Table 4: Summary of significant differences in mean number of correct responses for socio-demographic factors. (Pro. = Professionals; Int. = Intermediate; R&M = Routine and Manual; U&R = Unemployed and Retired).


Females stated a significantly higher mean correct answers than males (1.61 vs. 1.14) (t=3.705, p<0.0005). There was also a significant difference in mean number of correct symptoms between “Professionals” and “Routine and Manual” groups (1.59 vs. 1.04, p=0.029). Those of White ethnicity gave a significantly higher correct mean number of symptoms compared to those of Non-White ethnicity (1.49 vs. 1.11) (t=2.495, p=0.013).

Risk factors:

Again, females averaged more correct risk factors than males (1.29 vs. 1.04) (t=2.218, p=0.027). The 70+ age group scored significantly lower than three other age groups; the 30-39s, 40-49s and 60-69s. The largest difference was between the 30-39s and 70+ group (1.41 vs. 0.714, p=0.007). The 18-29s also answered this question poorly (0.878) though this was not significantly worse than other age groups. The mean number of correct responses again decreased in a trend-like manner for occupational classes. “Professionals” provided the highest number of mean correct responses (1.55), significantly higher than all other occupational classes. The largest difference was compared to the “Unemployed and Retired” group (1.55 vs. 0.853, p<0.005). Those of White ethnicity gave a significantly higher mean number of correct risk factors compared to those of Non-White ethnicity (1.25 vs. 0.929) (t=2.417, p=0.016). The percentage of participants in each occupational class stating flying as a risk factor decreased in a trend-like manner: 54.5% of “Professionals” stated flying as a risk factor compared to 22.7% of “Unemployed and Retired”.


Between females and males there was a significant difference between mean correct responses (0.966 vs. 0.710) (t=2.649, p=0.008). Those of White ethnicity gave a significantly higher correct mean number of complications compared to those of Non-White ethnicity (0.922 vs. 0.620) (t=2.676, p=0.008). No significant differences were seen between age groups or occupational classes. Notably, no sub-group of any demographic factor had a mean number of correct responses above 1.00 for this question. Moreover, 38.5% of participants were unable to give any correct answers.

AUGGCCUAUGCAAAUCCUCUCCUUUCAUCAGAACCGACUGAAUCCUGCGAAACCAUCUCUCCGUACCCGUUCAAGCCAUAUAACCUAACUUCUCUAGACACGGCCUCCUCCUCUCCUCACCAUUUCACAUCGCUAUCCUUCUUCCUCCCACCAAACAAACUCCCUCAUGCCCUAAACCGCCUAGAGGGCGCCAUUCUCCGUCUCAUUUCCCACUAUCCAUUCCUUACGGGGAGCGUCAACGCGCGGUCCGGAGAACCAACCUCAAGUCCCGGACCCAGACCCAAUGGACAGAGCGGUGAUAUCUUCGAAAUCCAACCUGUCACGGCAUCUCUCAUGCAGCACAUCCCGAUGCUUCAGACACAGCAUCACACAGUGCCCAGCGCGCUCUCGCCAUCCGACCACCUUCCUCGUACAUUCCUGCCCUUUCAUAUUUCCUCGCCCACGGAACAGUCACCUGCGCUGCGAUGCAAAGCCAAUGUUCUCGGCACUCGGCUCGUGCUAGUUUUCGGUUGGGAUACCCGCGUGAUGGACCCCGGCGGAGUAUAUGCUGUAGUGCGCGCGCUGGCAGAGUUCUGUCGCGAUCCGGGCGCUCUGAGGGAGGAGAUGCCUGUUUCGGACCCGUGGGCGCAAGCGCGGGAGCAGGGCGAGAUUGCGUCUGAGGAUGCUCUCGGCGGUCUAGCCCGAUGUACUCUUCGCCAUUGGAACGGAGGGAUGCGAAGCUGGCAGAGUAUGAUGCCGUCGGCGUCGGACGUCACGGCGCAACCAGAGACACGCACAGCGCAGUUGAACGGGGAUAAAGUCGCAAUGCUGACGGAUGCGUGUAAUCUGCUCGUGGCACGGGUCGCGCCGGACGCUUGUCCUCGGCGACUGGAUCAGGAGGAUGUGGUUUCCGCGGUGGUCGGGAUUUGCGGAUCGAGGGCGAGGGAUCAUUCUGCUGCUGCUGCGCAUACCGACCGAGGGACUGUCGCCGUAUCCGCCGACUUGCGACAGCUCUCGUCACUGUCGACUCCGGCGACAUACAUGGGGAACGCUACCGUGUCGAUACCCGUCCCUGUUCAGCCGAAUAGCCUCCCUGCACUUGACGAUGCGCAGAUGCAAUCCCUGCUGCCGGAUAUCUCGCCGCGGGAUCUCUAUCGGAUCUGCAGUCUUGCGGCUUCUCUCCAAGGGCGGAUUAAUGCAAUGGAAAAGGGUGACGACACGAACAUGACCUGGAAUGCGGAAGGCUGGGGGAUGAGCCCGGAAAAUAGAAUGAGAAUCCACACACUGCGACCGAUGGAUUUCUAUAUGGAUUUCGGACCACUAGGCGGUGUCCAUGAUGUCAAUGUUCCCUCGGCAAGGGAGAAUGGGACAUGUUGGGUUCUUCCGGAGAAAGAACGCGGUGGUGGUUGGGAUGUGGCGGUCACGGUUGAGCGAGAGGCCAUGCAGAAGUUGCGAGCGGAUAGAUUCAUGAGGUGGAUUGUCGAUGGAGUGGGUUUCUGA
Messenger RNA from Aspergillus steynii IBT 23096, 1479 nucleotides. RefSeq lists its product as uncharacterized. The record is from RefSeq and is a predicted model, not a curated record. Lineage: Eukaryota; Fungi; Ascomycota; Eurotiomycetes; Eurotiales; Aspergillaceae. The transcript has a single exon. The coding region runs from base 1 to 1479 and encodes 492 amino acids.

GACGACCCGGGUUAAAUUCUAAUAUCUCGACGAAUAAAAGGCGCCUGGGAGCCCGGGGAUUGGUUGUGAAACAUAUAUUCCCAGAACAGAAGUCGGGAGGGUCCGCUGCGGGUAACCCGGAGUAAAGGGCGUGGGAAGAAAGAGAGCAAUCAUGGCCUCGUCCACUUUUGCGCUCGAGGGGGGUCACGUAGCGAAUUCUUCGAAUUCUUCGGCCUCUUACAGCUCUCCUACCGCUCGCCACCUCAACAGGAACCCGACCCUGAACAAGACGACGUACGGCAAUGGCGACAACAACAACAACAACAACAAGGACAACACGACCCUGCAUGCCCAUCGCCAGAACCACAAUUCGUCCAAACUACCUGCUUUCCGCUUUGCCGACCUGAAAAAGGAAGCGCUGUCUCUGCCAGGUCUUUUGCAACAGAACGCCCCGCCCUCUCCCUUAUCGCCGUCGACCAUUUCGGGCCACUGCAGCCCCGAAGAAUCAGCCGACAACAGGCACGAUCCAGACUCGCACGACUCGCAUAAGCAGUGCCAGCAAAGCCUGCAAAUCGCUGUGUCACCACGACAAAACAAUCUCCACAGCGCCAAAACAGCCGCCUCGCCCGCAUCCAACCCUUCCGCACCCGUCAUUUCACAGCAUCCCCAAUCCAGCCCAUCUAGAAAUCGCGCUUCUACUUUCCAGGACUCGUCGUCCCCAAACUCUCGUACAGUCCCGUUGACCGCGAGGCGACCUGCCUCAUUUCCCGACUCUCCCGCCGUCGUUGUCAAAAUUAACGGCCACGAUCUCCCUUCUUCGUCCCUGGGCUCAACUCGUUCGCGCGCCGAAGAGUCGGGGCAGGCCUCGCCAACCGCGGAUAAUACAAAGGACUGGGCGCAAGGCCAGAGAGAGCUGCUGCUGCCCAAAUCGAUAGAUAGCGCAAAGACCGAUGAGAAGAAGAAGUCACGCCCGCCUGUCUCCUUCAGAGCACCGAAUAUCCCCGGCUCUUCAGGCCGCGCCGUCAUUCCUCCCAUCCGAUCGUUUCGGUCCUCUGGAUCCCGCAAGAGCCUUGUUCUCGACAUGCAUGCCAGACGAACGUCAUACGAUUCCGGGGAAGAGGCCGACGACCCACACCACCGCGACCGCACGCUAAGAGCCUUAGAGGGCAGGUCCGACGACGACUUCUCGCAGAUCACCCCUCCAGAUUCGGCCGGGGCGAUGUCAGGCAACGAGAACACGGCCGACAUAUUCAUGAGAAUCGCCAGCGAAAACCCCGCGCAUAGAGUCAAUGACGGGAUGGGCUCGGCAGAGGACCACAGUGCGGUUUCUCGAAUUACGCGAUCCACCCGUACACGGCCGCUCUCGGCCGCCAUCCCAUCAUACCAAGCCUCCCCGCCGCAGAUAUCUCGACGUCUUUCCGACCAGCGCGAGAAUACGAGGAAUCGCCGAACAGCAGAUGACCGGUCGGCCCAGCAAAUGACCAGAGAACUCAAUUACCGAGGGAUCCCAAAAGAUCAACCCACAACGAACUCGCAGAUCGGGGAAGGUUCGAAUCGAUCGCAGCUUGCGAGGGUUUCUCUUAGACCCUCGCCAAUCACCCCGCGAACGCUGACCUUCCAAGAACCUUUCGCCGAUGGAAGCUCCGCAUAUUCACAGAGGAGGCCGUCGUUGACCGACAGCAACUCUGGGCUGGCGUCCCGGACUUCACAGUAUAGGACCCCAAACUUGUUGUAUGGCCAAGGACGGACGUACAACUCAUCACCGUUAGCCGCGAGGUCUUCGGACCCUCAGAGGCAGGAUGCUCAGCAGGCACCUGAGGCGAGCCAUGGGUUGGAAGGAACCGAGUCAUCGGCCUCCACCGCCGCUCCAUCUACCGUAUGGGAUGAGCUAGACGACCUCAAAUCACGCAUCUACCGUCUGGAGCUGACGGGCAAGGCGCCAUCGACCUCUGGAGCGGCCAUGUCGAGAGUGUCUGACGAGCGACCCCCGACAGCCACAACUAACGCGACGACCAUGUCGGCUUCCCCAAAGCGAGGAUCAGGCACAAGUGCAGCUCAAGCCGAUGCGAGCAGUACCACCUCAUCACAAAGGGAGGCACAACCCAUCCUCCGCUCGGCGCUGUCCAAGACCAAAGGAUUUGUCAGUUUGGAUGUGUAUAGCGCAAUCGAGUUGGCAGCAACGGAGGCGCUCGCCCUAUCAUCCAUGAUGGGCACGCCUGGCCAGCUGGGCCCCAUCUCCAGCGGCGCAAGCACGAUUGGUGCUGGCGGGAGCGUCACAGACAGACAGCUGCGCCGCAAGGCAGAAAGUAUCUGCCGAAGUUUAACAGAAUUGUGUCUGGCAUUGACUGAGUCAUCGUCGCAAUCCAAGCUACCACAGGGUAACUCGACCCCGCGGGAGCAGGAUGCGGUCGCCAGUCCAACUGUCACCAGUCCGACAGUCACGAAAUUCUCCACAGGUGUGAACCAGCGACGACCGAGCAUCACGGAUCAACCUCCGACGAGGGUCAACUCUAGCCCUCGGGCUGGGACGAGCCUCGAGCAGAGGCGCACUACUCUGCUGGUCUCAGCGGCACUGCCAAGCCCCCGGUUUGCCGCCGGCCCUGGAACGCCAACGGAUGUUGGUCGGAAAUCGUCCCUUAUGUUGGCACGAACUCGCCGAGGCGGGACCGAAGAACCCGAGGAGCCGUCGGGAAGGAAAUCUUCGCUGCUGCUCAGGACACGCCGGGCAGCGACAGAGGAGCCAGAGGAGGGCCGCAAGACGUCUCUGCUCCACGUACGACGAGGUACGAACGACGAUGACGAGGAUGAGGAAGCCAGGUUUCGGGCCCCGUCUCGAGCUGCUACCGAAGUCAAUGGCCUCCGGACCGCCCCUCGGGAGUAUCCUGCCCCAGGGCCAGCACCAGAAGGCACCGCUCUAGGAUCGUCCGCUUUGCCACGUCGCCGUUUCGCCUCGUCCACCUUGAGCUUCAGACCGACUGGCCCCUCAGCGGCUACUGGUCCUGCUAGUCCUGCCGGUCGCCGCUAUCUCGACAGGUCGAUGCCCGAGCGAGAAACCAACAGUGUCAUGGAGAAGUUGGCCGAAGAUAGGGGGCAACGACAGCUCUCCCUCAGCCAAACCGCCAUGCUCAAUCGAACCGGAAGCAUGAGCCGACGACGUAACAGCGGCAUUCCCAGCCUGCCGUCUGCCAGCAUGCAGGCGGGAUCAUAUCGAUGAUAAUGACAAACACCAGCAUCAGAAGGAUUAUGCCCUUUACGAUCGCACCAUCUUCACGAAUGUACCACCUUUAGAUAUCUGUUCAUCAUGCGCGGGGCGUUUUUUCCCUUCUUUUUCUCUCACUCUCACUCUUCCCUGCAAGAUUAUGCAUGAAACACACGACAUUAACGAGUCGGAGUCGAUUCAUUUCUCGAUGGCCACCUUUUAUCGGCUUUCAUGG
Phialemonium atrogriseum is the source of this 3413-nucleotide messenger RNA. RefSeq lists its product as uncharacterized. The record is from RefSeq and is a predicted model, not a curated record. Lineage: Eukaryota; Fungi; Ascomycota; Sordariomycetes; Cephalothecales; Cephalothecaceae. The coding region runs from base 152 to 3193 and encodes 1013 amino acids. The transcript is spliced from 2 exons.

Preventative methods:

Again, females gave a higher mean number of correct responses (1.25 vs. 1.18), however unlike previous questions this was non-significant. 18-29 year olds scored the lowest number of correct preventative methods with a mean of 0.829; significantly lower than the 30-39 year old group (0.829 vs. 1.44, p=0.039). Similar to risk factor knowledge, the mean number of correct responses decreased in a trend-like manner with occupational class. “Professionals” and “Intermediate” both gave a significantly higher mean number of correct responses than “Unemployed and Retired” (1.47 vs. 0.840, p<0.005; 1.32 vs. 0.840, p=0.024). Those of White ethnicity scored a significantly higher correct mean number of preventative methods compared to those of Non-White ethnicity (1.28 vs. 0.986) (t=2.190, p=0.029).


Main Findings

This street survey assessed public knowledge of DVT in Birmingham, UK using open questions; the first study of its kind. In general, knowledge of DVT was poor, particularly of complications where the mean number of correct responses was less than one (0.856) with 38.5% of participants not able to give a correct answer.

Only 8.88% of people stated that a DVT can travel to the lungs, with only two participants mentioning the term PE. This finding is particularly noteworthy considering the high mortality and morbidity associated with PE secondary to DVT.[1] A much larger proportion of the participants incorrectly believed a clot could travel to the heart (24.0%) or brain (17.4%) causing a heart attack or stroke respectively. Only just under a third of people reported death as a complication (31.3%). Together, this indicates poor knowledge of the severity of DVT, a concerning finding.

When evaluating our study alongside other public awareness studies, overall public knowledge of DVT appears to be poorer than that of other common conditions including stroke and asthma.[29,30] While this may be explained by the higher prevalence of stroke and asthma, increased knowledge of stroke is likely also be a result of the FAST campaign, launched in the UK prior to the study.[15]

Our study identifies a poorer knowledge of DVT symptoms compared to that of MI. We demonstrated a mean of 1.41 correct DVT symptoms identified per respondent, whereas a similar study reported a mean of 2.20 MI symptoms.[14] This is likely due to community MI awareness programmes and its more common prevalence.[31] However, Yardley et al. reported only 31% of respondents knew at least one colorectal cancer symptom.[13] This is lower than for DVT although may not be comparable as a commercial telephone survey was used.